Post-Traumatic Sheikh Disorder | Part 3: Lasting Effects

Road in a forest

I remember the precise moment my long bout with Post-Traumatic Sheikh Disorder ended. It was at Friday prayers in 2013—nearly three years after the whole episode had started. I was supposed to go to a university near my workplace for the congregational prayer, but circumstances ended up bringing me to a mosque. It was a mosque I was only starting to become familiar with, and the imam was someone I had never met before. The topic of the speech (khutbah) wasn’t even about non-Muslim friends; it was about hygiene and cleanliness. I listened keenly, and then he posed a rhetorical question:

“What if your non-Muslim friends come over and see that your house is a mess?” the imam asked. “What would they think of Islam then?”

That was it.

I don’t know why, but that was it. It’s like a switch just went off in my mind and heart. It was one of those bizarre emotional u-turns, like where you suddenly just want to cry, or when you feel indescribably happy for almost no reason at all. For some reason, that sentence was like the cap of a culmination of three years of searching and battling depression and obsession and anxiety—capped and bottled and placed on a shelf. I can’t explain it. I really can’t. But I felt like I was where God meant for me to be, hearing what was He meant for me to hear.

I look back on that time now, those long three years, and thank God for all of it. I also came out of it with a greater understanding of my faith than I did when it started. I grew a deeper respect for the intricacies of Islam. Gradually, I eased into the world of Islamic scholars—both local and international,  in-person and on YouTube. I learned so much during that time, and part of that is because I forced myself to continue learning—even allowing myself to go down the rabbit hole of tangent issues.

I learned that one sheikh’s word isn’t the be-all-and-end-all of religious matters.

I learned to spot hardline speakers or websites, and where to go for reliable sources of information and answers.

Most importantly, I learned to never give up. I learned that you need to push yourself to search for answers, even if the road there is littered with broken glass.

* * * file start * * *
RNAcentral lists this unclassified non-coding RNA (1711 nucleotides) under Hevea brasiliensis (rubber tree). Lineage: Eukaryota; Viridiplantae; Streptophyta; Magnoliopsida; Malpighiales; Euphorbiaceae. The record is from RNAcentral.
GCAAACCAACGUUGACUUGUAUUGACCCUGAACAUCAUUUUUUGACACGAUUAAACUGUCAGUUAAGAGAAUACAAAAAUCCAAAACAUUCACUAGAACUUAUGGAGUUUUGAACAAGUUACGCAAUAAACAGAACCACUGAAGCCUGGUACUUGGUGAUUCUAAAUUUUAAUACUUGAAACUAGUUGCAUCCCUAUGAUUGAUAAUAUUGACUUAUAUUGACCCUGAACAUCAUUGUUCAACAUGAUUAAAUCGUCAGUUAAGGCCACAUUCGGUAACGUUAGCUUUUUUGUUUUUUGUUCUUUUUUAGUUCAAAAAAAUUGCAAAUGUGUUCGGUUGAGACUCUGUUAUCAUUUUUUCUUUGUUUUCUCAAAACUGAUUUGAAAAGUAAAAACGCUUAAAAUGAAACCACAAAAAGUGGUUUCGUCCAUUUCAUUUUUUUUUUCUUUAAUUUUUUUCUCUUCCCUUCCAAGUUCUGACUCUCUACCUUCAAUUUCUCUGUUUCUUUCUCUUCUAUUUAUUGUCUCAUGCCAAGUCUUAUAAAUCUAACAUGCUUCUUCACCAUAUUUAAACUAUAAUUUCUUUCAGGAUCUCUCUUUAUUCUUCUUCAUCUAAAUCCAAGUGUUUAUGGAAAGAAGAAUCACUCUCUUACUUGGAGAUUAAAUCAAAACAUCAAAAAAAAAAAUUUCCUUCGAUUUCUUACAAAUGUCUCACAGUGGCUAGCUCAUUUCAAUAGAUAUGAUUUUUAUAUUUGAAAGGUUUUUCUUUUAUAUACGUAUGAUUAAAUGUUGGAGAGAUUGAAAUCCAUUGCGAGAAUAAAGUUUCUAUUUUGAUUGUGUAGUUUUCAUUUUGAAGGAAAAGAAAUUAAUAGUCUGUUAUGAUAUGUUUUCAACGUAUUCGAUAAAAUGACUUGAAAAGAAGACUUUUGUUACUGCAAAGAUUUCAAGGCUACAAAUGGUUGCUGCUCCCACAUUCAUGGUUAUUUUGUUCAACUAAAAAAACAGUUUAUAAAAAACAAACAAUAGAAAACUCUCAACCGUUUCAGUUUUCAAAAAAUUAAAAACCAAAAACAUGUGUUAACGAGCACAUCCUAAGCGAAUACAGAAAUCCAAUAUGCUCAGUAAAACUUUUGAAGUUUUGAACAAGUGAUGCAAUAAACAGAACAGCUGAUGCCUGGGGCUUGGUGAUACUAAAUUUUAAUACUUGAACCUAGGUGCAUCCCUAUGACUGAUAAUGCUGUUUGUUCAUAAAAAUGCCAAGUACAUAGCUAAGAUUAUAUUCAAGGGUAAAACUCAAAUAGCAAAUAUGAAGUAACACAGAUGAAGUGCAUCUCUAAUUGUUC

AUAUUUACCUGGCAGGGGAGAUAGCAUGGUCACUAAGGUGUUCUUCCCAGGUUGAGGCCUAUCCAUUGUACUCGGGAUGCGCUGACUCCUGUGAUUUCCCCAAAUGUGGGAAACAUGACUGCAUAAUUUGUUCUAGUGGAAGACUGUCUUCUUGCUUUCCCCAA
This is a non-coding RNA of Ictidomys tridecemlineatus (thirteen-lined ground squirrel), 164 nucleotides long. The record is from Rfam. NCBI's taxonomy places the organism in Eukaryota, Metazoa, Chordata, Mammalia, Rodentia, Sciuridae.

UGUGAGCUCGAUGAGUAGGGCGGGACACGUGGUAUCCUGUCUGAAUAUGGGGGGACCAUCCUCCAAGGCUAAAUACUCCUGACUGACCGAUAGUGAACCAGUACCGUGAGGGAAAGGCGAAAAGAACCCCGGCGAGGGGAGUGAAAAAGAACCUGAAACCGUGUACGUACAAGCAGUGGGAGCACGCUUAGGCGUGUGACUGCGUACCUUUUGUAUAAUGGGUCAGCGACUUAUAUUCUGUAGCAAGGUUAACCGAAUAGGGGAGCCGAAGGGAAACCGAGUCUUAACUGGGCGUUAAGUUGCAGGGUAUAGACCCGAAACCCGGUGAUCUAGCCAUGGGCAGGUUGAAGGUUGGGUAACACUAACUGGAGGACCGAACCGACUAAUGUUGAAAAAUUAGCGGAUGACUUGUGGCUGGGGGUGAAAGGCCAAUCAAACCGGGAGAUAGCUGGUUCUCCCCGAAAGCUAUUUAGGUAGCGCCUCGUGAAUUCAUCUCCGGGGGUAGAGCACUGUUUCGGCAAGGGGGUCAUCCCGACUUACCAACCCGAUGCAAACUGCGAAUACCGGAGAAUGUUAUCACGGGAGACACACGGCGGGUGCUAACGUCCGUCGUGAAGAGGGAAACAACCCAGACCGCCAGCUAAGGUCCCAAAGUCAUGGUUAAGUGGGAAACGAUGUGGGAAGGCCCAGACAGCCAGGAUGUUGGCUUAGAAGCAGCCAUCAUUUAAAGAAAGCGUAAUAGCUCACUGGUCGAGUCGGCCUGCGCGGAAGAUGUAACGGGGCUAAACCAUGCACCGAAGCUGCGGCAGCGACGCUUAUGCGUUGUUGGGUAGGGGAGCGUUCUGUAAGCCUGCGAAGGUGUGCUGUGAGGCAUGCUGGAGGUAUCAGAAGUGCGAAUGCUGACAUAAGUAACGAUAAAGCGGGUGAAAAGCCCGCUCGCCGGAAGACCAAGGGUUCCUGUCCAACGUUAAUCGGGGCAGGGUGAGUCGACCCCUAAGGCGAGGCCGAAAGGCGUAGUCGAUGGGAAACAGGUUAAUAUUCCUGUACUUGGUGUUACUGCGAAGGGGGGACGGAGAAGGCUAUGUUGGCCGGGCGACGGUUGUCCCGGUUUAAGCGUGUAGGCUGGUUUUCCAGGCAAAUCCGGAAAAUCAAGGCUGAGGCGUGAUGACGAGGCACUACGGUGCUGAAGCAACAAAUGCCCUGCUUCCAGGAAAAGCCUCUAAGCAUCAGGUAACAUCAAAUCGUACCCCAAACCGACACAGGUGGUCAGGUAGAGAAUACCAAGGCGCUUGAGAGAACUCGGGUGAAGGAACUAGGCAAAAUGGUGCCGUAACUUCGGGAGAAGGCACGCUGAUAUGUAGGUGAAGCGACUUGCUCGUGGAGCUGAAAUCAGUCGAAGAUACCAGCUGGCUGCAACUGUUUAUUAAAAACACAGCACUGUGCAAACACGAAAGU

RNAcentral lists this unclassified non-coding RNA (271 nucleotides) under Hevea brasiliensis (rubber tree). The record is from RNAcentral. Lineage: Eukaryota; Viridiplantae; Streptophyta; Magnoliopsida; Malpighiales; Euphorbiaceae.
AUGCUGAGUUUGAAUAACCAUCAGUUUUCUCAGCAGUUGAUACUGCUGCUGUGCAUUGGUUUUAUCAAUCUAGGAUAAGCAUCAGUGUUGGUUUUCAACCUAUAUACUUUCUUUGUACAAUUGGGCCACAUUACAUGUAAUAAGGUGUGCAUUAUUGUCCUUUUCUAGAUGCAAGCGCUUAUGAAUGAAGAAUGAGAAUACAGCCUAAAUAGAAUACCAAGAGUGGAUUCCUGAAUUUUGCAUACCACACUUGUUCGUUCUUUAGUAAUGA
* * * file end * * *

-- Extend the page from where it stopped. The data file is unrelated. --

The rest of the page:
While there may be dissenters or people who disagree with me, I don’t care. I believe I suffered enough to reach the opinion I stand on.

There were times when I wondered if I would ever heal. There were times when that road seemed to stretch on forever. But I made it through, with God’s help. There’s a verse in the Qur’an that states: “…and remind them of the Days of God!” (14:5). One commentary I heard of that verse is that it’s telling us to remember the days when there seemed to be no hope, when we were at our lowest and nothing seemed to be working out, but God was there, and made a way out for us. And so I’m reminded, whenever I face a difficulty, that ease will inevitably come from it (94:5-6). I’m reminded that in all situations in life, the road to healing can be long and painful.

But if I had to walk it again, I wouldn’t change a single step.



2 thoughts on “Post-Traumatic Sheikh Disorder | Part 3: Lasting Effects

  1. Pingback: Post-Traumatic Sheikh Disorder | Part 2: Healing and Understanding | Muslisms

  2. Muslimah92

    So that was super insightful. 🙂 I’m glad you found your balance.
    Reading this story, I was swamped with memories. As a born Muslim, I remember when I first came back to Islam, and I only say that because I was barely practicing, this was an issue I also faced. I don’t recall my thought process but I had a direct approach. Almost instantly, I felt a need to rid my life of my non Muslims friends. Like you, alhamduillah, I revised my definition of awliyah, eventually.

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